'I just wanted to play soccer' - TCM webinar panellist Landon Donovan

We take a brief look at the career of Landon Donovan, the latest panellist to appear in The Coaching Manual's webinar series - as well as his coaching assistants Carrie Taylor and Nate Miller.

Apr 20th 2020

Written by The Coaching Manual

This week, The Coaching Manual announced the latest big name to join its series of hugely-popular webinars, Landon Donovan. Here we take a look at the less-than-typical career of a man who is still subverting conventions today.

Donovan, an AYSO alumnus, started playing soccer at the age of two in Ontario, California, after his older brother, Josh, introduced him to the sport.

A member of the inaugural class of the US Soccer youth residency program, Donovan was named Player of the Tournament for his role in the United States under-17 squad that finished fourth in the 1999 FIFA U-17 World Championship.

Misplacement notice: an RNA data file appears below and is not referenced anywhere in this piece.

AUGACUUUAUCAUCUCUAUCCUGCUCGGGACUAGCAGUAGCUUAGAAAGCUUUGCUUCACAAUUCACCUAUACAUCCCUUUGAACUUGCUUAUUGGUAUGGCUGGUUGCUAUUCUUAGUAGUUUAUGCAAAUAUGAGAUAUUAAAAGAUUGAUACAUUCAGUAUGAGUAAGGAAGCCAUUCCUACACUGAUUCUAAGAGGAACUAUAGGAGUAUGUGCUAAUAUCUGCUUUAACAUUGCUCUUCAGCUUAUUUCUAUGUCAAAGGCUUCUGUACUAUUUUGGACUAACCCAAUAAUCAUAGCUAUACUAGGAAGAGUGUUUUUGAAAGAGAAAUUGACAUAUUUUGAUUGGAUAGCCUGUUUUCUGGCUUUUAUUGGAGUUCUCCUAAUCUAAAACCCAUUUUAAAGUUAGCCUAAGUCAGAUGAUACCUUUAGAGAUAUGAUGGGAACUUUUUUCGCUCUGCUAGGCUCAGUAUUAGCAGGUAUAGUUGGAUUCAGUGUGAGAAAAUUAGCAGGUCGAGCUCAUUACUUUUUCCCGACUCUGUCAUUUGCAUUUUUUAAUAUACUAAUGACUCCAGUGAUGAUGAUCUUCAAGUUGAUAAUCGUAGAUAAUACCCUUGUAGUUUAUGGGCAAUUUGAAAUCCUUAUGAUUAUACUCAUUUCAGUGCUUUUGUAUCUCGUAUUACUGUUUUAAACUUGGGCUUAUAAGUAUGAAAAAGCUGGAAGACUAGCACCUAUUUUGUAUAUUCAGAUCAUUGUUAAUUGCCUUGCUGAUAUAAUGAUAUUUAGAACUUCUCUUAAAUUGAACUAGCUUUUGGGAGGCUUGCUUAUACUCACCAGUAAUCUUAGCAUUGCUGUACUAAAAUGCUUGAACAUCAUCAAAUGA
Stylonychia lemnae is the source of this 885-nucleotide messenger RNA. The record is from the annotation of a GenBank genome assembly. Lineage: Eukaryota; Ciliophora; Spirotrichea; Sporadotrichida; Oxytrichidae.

He began his professional playing career at Bayer Leverkusen in Germany, where first-team opportunities for became few and far between for a teenaged Donovan at a time when Dimitar Berbatov and Oliver Neuville were cementing their strike partnership.

However, eyebrows were still raised in 2001 when Donovan, a hot youth prospect at the time, opted to relinquish the European opportunity that so few of his countrymen are offered at the time, in favour of a move back to the USA.

While still under a long-term contract with Leverkusen, Donovan spent four successful years on loan at San Jose Earthquakes in California. His strike rate of 37 in 82 would have no doubt translated into a solid goal return at many a European arena, but when it came to securing his next permanent move, Donovan opted for LA Galaxy.